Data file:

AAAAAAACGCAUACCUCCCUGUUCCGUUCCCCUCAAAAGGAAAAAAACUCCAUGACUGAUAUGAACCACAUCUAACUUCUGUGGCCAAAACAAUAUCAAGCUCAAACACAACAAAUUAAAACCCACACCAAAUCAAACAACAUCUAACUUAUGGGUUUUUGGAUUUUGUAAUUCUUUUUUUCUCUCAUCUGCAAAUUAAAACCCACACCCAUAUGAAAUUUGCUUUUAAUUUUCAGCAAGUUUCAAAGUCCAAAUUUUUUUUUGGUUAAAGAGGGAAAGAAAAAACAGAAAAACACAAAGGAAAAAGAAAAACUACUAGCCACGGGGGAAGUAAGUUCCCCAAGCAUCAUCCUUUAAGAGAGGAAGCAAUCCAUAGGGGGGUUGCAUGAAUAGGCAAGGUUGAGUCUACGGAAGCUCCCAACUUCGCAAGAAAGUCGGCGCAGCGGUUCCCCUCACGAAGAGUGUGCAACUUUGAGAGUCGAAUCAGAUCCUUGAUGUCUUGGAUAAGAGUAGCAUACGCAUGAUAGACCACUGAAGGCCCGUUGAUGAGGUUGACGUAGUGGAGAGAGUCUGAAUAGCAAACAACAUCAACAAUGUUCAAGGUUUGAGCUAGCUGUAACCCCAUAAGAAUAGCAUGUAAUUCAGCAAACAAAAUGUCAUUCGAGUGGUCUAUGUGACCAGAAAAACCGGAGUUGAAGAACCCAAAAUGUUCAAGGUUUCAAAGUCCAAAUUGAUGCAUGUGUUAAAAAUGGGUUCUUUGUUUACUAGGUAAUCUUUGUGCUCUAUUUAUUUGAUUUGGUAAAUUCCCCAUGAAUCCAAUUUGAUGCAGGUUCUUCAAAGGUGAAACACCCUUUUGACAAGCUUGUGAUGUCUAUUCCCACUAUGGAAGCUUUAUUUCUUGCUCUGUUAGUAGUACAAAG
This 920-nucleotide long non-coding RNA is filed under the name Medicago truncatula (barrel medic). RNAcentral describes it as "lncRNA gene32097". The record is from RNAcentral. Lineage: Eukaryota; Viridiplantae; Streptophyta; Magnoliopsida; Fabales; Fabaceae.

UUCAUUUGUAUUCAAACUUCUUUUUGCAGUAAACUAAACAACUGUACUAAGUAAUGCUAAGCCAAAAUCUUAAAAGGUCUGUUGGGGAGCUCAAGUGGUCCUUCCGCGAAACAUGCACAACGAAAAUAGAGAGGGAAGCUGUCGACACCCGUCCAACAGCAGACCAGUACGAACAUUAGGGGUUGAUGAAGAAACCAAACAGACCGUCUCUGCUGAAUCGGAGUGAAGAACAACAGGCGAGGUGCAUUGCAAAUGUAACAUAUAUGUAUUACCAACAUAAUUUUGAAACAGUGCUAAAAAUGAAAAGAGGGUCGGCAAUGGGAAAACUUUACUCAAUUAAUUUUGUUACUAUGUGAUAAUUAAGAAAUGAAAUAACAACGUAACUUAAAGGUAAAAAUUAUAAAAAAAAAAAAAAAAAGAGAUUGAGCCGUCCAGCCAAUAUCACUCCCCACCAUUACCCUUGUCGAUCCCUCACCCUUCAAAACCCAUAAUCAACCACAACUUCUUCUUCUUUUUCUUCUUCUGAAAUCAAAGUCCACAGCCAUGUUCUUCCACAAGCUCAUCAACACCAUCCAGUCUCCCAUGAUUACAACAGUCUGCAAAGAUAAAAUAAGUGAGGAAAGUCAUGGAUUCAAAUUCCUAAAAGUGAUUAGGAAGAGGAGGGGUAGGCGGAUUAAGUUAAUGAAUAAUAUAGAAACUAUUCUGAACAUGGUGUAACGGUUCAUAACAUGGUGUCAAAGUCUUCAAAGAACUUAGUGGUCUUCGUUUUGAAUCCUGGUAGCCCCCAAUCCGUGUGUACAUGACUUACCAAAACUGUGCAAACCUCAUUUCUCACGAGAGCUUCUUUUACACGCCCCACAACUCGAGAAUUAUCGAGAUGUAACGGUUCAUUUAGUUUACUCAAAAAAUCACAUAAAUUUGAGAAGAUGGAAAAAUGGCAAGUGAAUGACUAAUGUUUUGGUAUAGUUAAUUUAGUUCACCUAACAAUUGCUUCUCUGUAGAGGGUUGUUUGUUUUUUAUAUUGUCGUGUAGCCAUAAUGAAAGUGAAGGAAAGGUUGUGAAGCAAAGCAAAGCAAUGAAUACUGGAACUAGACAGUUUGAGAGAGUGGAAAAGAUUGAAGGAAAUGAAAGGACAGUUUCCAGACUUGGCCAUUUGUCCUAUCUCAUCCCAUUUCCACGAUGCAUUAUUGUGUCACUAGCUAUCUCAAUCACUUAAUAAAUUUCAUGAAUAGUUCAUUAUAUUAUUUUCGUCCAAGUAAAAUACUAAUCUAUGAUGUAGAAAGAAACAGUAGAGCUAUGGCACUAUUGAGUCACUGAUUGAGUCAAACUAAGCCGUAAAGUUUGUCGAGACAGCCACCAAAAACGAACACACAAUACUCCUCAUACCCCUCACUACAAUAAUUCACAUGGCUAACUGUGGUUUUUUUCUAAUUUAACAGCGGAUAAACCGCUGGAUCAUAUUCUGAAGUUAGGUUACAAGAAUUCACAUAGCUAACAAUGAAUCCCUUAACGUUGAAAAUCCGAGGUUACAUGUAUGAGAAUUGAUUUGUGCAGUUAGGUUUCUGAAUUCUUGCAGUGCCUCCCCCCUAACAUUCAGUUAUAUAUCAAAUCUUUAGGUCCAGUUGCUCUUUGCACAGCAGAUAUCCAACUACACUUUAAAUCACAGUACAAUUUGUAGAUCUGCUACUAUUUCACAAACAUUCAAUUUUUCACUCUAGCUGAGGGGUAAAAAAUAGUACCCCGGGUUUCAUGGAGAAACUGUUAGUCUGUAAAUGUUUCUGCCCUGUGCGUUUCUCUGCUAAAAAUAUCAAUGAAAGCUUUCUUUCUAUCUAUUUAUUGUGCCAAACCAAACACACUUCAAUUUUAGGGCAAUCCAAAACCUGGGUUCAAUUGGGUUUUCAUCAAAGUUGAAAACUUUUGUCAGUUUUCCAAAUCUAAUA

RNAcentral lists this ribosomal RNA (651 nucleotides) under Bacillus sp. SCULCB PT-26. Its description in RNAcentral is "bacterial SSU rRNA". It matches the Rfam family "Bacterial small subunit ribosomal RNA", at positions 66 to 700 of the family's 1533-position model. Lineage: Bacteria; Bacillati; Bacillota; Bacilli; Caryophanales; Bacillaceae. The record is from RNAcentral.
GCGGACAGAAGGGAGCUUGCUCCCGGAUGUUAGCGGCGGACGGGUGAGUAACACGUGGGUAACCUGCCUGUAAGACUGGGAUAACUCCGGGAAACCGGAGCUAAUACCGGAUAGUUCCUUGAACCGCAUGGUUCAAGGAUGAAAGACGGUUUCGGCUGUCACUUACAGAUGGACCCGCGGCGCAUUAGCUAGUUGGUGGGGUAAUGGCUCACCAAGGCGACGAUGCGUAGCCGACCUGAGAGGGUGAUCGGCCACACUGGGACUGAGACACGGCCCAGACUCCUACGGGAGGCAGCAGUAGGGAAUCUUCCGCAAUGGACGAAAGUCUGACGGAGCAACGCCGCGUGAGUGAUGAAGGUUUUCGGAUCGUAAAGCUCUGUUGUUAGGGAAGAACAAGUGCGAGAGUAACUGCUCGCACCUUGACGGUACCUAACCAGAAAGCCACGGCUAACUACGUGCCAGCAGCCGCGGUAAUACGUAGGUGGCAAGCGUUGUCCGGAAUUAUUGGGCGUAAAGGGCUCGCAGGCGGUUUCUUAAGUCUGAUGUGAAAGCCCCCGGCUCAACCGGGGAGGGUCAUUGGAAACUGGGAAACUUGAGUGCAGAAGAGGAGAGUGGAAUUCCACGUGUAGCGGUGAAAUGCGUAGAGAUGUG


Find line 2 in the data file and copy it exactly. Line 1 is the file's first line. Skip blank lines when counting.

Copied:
This 920-nucleotide long non-coding RNA is filed under the name Medicago truncatula (barrel medic). RNAcentral describes it as "lncRNA gene32097". The record is from RNAcentral. Lineage: Eukaryota; Viridiplantae; Streptophyta; Magnoliopsida; Fabales; Fabaceae.